Stay up-to-date on the latest research and build relationships with academics at the Materials Science & Biophysics Seminar Series, which bring experts from around the world to campus to discuss their recent findings. Everyone is welcome!

Spring 2024 Seminar Series

photo of F. Levent Degertekin, PhD, George W. Woodruff Chair in Mechanical Systems and Professor

F. Levent Degertekin, PhD, George W. Woodruff Chair in Mechanical Systems and Professor

  • George W. Woodruff School of Mechanical Engineering,
  • Georgia Institute of Technology

Microscale Ultrasonic and Acousto-optical Sensors and Systems for Medical Imaging

Friday, March 15, 2024

Health Sciences Building EC 1218

2:00 - 3:00 PM

Host: Dr. Mustafa Culha (

Microscale sensors and systems are important components for medical imaging especially for minimally invasive procedures such as interventions in coronary arteries and structural heart procedures where the size of device determines the reach of the imaging modality in the body. Based on silicon micromachining technology, capacitive micromachined ultrasonic transducers (CMUTs) have found their place in medical ultrasound imaging mostly due to the advantages in electronics integration for large 2D arrays and miniaturized systems for catheter-based intravascular ultrasound (IVUS) imaging. In this talk, we will first discuss our work on high frequency CMUT-on-CMOS IVUS devices operating in the 20-50MHz range including forward looking volumetric imaging in the arteries as well as systems that can be used over 0.014” coronary guidewires. In the second half of the talk, we will describe an acousto-optical RF field sensor for magnetic resonance imaging (MRI) which uses a piezoelectric transducer coupled to an optical fiber to measure the local electromagnetic field. Since the signal is carried out on a dielectric medium, this approach is MRI safe in terms of RF induced heating and does not introduce image artifacts. We demonstrate this sensor as an active marker to track catheter position for structural heart interventions in animal studies as well as its use as an MRI safety sensor by mapping E-field variations around metallic implants in phantom studies. We end the talk with future directions we envision for these technologies.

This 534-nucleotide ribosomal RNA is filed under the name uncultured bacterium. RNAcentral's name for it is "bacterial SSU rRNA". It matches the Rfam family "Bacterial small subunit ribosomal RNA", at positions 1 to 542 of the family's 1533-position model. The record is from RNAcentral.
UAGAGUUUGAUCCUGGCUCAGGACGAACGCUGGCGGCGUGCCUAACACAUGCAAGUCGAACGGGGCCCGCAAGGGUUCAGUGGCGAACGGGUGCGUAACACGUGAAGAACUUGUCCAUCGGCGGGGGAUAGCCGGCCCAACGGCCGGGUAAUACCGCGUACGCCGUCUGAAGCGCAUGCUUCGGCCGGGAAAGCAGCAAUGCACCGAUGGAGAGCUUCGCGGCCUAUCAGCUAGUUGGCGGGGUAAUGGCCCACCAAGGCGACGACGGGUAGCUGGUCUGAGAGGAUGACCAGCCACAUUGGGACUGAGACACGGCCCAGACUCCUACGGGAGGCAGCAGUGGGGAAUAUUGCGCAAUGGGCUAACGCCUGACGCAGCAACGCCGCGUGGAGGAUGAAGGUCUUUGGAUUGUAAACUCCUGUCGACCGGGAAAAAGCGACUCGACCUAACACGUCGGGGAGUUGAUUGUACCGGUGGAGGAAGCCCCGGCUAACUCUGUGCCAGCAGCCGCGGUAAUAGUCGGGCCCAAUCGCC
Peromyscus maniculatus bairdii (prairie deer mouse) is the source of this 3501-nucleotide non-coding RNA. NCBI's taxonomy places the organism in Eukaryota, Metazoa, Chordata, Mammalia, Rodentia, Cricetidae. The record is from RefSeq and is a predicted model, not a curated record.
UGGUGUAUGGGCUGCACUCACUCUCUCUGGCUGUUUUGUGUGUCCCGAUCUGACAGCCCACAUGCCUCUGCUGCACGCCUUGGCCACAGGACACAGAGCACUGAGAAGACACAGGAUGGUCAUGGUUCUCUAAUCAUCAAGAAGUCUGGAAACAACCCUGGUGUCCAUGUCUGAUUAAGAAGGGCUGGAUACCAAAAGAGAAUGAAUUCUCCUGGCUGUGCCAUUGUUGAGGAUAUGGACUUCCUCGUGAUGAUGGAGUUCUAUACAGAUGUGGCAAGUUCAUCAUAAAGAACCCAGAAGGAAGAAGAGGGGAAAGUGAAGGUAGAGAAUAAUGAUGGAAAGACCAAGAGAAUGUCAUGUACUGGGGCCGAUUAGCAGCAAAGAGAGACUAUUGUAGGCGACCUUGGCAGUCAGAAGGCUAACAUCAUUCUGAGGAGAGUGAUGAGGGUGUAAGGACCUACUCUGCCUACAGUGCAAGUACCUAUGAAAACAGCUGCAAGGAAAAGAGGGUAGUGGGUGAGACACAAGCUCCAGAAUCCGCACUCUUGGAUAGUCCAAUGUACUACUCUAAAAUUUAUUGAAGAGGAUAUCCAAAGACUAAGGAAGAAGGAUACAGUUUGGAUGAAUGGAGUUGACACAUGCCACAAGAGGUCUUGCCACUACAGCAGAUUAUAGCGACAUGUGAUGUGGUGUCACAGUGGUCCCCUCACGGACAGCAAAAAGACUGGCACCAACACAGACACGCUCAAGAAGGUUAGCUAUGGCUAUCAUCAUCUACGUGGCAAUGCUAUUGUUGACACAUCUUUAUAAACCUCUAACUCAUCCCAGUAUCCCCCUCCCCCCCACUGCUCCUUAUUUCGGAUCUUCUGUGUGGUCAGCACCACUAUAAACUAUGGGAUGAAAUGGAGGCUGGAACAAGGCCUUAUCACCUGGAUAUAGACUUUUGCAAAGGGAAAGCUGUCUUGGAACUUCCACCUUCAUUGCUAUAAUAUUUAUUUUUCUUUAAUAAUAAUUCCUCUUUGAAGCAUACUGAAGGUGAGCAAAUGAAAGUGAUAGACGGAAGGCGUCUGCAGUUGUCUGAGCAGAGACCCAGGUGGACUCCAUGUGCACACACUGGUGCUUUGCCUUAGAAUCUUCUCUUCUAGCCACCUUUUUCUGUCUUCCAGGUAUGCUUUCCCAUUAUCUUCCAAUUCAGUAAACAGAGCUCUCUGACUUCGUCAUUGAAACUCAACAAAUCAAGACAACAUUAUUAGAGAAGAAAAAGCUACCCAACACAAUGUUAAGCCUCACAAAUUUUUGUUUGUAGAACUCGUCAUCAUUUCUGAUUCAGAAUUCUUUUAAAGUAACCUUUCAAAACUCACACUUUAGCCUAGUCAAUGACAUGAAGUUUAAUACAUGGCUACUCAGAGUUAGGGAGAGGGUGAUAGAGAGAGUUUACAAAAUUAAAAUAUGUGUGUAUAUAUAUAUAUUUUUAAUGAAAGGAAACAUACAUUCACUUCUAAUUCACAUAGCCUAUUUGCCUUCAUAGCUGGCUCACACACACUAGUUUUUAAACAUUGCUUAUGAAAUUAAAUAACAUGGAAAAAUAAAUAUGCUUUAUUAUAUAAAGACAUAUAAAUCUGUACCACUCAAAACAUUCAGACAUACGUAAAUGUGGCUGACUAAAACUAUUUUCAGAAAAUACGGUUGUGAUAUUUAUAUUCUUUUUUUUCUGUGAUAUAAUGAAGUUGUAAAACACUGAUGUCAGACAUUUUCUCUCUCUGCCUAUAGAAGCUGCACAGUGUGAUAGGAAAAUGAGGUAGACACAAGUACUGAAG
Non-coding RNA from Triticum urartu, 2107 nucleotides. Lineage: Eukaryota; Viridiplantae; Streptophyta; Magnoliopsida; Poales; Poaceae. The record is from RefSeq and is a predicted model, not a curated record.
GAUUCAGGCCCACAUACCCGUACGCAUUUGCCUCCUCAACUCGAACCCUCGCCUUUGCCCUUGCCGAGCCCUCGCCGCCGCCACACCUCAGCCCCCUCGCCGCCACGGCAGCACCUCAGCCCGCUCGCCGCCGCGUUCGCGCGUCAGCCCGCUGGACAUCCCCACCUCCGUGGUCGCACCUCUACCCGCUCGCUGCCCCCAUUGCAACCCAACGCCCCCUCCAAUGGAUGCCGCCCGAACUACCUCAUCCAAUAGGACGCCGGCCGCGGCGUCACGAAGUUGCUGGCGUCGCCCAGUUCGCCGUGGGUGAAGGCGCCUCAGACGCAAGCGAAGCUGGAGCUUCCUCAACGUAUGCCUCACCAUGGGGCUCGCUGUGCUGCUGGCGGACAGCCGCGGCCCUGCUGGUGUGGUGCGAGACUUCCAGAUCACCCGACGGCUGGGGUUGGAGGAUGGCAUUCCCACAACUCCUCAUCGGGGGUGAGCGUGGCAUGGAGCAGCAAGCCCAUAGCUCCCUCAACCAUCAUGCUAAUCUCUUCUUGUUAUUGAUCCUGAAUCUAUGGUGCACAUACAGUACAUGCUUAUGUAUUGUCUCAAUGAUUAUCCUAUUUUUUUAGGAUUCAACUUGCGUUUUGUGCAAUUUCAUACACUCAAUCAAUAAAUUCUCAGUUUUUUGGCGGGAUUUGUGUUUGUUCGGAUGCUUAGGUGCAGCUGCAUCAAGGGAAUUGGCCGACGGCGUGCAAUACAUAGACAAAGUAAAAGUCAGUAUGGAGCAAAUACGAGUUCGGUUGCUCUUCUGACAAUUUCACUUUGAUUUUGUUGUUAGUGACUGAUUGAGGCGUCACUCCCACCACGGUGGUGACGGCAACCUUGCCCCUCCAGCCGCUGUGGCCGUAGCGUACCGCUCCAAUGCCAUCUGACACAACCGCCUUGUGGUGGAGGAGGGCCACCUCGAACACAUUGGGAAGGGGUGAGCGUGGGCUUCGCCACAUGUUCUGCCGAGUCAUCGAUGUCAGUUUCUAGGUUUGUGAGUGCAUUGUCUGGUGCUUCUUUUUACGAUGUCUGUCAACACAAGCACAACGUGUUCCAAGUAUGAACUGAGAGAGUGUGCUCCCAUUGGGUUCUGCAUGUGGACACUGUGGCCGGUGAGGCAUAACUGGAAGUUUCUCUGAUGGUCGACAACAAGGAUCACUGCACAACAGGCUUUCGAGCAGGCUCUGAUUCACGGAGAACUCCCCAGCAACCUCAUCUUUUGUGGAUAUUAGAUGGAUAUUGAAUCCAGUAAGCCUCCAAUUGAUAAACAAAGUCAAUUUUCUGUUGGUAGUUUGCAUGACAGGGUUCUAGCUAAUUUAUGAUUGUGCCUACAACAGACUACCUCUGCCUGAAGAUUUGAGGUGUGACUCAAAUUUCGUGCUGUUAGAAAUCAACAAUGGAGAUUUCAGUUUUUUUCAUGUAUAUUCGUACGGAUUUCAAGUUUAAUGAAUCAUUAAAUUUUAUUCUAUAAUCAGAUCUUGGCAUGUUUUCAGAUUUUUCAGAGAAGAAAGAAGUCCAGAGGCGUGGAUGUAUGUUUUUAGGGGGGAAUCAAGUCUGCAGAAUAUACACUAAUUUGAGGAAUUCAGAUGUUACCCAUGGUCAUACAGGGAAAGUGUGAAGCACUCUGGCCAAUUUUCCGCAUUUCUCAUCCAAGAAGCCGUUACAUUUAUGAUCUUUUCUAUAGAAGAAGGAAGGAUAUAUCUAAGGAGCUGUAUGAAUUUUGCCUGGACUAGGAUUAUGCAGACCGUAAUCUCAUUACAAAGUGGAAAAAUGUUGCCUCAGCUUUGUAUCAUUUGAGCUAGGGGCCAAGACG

photo of Byron Freelon, PhD Assistant Professor of Physics

Byron Freelon, PhD Assistant Professor of Physics

  • Department of Physics
  • University of
  • Houston

Ultrafast Atom Dynamics + Magnetism in Low Dimensions

Friday, March 29, 2024

Health Sciences Building EC 1218

2:00 - 3:00 PM

Host: Dr. Trinanjan Datta (  

A revolution in materials physics is currently underway caused by efforts to explain the wide range of phenomena that have been uncovered in low-dimensional (low-D) van der Waals crystals. The production of graphene-inspired materials has led to a huge number of discoveries in fundamental condensed matter science. In fact, our theoretical understanding of electron physics in 2 dimensions has been constantly re-adjusted as topological behaviors are found to be applicable. In the midst of this intellectual shift, quests to observe magnetism in 2D, graphene-like materials were launched; the result was the identification of magnetic order in low-D, chromium-based van der Waals crystals in 2017. We have explored such a 2D magnet CrSBr. It is a highly versatile, technologically promising material with many exciting properties due to the strong coupling between magnetism, lattice deformation and charge arrangement. Ultrafast atomic dynamics have been observed to be intimately coupled to the magnetic ordering state. Femtosecond pump-probe experiments reveal that the coherent motion of atoms is affected by the presence of antiferromagnetism. The collective atomic motion turns out to be coherent acoustic phonons (elastic waves) that mediate apparent structural deformations in the 2D magnetic crystal. We propose that CrSBr magnetic ordering can influence the collective motion of atoms on an ultrafast time scale. Further, CrSBr may provide an example of a system in which non-equilibrium-induced acoustic phonons may be protected in close analogy with modes in 2D electron systems. These results are germane to the field of strongly correlated electron systems (SCES) as CrSBr exhibits delicate couplings between different quantum sectors. The results will also be of relevance to the important problem of ultrafast demagnetization. And the findings exemplify an emerging field termed strongly correlated electron-photon systems (SCPS). The talk will place the results within the context of these three areas while discussing the search for exotic phonon behavior suggested by the experiments.